Saturday, October 23, 2010

Thinking On Education

Here is a link to an animated talk by Sir Ken Robinson. I have been aware of the economic, industrial template, of education for a while now.  This is the first time I've seen it connected with the Enlightenment model. As a product of parochial and public schools in the seventies and eighties, this was an ingrained mentality. Those who could do well in the school system and raise their social standard and those who couldn't.  I had always seen the two intertwined, most children of factory workers were educated to replace their factory worker parents, children from a higher economic standard were educated for college.
Reflecting on this, I think about how I define what it means to be educated and how that has changed over the years. There are reams of papers and vats of books that almost parallel my thought evolution from the Core Curriculum to Howard Gardner's Intelligences, to even Sir Ken Robinson's writings. There still remains a constant struggle over development, growth and talents of children against necessary skills and knowledge.
As a product of a blue collar education, there was a sense that there were pieces of information that students from better schools were getting and that if I could locate and master this information I could cross the divide. What was missing from this scavenger hunt was the platform for the learning process. It wasn't necessarily the content, although there were large missing chunks.  I never read any of the classics until college and read maybe four Shakespeare plays in all of high school. It was in fact, the vehicle of the content. The way the content is used to help children learn to analyze information, understand events and new information relevant to what they know.  Understanding how to find faults of logic, however small, and unpack them, even if it meant the whole structure fell. This template was the large treasure, that was missing in the educational system.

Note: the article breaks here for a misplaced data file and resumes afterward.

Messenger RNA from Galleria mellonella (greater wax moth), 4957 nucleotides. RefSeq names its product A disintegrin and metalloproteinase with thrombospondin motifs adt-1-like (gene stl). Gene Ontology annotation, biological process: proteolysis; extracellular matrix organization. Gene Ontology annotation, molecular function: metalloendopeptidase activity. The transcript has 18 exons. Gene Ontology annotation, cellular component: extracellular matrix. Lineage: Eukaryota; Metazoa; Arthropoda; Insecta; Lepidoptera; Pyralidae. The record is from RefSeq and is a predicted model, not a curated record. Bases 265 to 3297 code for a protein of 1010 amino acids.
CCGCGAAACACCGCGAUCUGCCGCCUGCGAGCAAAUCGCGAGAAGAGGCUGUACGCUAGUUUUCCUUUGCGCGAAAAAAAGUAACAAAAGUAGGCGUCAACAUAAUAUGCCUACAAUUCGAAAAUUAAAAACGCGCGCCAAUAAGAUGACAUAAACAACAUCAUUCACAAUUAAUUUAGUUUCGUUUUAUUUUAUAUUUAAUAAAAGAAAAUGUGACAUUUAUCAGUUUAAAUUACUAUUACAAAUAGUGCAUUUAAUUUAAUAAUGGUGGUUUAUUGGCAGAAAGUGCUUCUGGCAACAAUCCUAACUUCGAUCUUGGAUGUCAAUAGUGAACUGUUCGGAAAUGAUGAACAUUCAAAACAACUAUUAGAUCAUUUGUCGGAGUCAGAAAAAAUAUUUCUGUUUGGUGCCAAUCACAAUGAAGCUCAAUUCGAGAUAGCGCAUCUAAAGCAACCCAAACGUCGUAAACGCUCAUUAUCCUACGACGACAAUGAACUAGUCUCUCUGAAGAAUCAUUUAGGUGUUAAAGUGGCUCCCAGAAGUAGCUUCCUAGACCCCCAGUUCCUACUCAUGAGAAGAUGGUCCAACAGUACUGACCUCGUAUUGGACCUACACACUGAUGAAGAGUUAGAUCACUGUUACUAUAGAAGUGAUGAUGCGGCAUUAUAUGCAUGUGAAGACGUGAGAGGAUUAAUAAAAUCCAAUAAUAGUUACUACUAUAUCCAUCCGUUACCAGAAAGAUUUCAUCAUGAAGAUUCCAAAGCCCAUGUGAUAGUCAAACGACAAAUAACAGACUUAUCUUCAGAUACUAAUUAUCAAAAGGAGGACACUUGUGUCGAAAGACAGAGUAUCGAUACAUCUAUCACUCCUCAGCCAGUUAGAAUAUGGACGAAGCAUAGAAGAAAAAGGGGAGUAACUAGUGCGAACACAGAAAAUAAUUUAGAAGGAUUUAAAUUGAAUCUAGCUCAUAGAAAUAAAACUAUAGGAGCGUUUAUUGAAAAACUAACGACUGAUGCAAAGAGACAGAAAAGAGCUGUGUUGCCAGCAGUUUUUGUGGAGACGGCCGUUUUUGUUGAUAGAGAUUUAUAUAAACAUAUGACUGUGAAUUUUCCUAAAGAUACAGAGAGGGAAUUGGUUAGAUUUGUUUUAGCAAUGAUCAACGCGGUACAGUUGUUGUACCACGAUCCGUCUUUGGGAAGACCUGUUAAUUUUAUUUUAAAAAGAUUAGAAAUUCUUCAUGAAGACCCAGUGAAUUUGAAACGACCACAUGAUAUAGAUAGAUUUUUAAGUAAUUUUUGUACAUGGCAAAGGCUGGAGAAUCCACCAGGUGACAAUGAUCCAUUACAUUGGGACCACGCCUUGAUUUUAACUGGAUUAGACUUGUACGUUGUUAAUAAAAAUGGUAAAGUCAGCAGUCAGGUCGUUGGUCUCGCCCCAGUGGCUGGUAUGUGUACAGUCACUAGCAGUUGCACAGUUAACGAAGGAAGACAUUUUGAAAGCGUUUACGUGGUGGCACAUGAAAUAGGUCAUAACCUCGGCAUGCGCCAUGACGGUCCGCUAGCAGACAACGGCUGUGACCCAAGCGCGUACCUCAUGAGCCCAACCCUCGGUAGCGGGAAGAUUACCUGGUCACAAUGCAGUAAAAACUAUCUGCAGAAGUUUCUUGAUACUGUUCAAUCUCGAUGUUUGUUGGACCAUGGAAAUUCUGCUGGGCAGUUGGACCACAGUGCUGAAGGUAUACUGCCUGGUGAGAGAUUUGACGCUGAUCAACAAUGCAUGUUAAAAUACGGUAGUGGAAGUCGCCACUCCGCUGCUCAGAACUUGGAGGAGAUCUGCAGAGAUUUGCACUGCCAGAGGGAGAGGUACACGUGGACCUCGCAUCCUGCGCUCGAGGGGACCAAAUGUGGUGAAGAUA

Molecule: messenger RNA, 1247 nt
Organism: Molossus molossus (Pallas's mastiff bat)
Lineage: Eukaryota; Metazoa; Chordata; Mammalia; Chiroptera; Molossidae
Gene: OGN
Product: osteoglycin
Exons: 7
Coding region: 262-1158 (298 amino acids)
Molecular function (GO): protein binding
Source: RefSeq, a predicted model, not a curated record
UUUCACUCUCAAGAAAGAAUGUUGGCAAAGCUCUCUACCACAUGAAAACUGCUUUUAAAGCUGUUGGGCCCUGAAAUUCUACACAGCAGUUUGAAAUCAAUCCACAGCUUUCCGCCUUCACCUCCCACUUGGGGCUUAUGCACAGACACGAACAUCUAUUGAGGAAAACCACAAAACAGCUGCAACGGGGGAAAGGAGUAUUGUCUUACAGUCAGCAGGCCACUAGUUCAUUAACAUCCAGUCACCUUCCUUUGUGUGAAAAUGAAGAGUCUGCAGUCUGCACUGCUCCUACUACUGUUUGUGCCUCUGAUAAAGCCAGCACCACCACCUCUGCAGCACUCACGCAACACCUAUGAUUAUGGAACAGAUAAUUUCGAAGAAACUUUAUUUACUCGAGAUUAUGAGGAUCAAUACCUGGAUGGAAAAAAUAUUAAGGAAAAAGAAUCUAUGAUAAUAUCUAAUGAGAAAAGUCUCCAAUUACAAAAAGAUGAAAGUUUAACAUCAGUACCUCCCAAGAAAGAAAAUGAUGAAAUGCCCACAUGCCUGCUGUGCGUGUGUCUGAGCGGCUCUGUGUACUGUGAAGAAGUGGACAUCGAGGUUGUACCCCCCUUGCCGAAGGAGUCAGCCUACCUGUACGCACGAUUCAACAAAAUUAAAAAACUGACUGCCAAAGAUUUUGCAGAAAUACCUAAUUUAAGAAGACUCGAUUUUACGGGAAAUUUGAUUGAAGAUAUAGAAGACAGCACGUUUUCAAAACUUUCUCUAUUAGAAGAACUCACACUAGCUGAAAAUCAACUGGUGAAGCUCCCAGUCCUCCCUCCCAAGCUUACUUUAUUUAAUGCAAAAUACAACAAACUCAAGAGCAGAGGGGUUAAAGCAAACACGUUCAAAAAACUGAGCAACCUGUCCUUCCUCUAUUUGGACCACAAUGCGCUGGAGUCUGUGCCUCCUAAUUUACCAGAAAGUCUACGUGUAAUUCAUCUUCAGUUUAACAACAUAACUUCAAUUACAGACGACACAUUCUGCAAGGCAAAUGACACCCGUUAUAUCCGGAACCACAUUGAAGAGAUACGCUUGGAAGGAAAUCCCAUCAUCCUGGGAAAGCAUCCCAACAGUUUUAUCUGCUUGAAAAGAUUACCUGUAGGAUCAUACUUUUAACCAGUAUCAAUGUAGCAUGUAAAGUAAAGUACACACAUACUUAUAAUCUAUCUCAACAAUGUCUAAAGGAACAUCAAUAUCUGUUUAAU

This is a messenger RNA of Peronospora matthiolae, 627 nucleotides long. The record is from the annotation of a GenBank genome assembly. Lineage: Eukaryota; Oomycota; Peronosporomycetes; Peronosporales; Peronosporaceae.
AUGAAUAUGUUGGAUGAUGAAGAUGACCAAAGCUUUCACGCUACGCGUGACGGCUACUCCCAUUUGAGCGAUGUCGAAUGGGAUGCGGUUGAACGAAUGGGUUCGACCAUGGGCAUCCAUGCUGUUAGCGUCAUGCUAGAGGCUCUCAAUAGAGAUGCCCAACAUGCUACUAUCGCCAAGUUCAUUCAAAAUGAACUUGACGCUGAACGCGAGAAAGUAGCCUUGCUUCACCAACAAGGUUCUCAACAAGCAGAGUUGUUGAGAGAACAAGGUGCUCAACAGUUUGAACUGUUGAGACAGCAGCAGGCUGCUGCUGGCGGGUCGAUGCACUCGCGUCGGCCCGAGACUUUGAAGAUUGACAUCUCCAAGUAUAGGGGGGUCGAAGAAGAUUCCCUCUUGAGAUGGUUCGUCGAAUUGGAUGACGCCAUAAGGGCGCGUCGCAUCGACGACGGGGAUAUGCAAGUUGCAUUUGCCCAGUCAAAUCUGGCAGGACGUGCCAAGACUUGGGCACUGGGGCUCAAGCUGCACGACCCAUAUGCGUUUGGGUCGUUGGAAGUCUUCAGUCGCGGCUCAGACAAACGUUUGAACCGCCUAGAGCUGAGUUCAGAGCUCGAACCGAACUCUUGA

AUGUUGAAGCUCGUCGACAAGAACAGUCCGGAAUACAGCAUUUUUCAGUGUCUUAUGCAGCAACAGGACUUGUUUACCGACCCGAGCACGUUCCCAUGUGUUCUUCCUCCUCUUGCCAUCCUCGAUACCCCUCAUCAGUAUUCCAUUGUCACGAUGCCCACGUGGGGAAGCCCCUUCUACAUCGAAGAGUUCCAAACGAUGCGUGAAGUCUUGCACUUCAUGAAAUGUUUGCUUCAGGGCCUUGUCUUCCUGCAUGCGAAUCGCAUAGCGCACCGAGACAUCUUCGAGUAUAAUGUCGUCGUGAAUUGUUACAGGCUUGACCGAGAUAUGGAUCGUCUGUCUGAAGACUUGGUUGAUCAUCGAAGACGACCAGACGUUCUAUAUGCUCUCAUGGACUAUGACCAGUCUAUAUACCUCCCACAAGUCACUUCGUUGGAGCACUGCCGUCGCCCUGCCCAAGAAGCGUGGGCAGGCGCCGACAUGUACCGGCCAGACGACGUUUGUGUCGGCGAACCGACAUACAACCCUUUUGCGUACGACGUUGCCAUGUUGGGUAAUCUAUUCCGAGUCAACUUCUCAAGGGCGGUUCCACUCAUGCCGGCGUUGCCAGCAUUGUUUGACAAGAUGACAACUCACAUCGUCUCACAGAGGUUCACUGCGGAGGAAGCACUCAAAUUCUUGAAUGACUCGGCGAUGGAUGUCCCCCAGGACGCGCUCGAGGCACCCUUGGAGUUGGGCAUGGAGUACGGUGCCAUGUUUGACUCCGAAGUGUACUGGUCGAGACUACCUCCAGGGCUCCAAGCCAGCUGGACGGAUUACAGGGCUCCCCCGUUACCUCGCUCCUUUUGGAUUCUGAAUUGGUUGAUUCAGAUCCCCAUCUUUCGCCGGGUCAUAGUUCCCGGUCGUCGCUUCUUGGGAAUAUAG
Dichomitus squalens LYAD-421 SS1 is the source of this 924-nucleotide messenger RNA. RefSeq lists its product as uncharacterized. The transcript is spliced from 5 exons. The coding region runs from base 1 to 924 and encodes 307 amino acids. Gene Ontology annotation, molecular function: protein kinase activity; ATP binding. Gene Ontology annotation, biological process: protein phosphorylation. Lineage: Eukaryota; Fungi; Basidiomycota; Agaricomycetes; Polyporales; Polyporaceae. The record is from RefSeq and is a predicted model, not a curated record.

If I'm not alone in this sort of misunderstanding of what it means to be educated throughout a lifetime, and I don't think I am, I take a large leap here and think it is possible that many parents also feel this way.  Even if the education they received did give them more than the higher content.
I can't let this post go without addressing the ADHD. I do think many children are over medicated but I don't think denying a possible growing problem of ADHD is the answer. This is the first time I've seen this ADHD map of the United States. It is too deep a problem, and too serious for many children to disregard such a statistic so whimsically, funny as it was. IF this is true, then maybe we should start finding reasons, instead of the assumption that we medicate students to keep them quiet. Perhaps there is a fine line of what is the optimal dose, or perhaps there is an environmental factor that isn't being considered here, such as pesticides in foods.(Links for ADHD & Pesticides, a place to start.) There is too little information to dismiss this, and it is too large of an innuendo in the animation to be ignored.
So, as always, I am interested to hear what your reflections are on your education and your children's.  How do you evaluate a good system? What do you think your own educational experience did for you, and what are you looking for in your child's?

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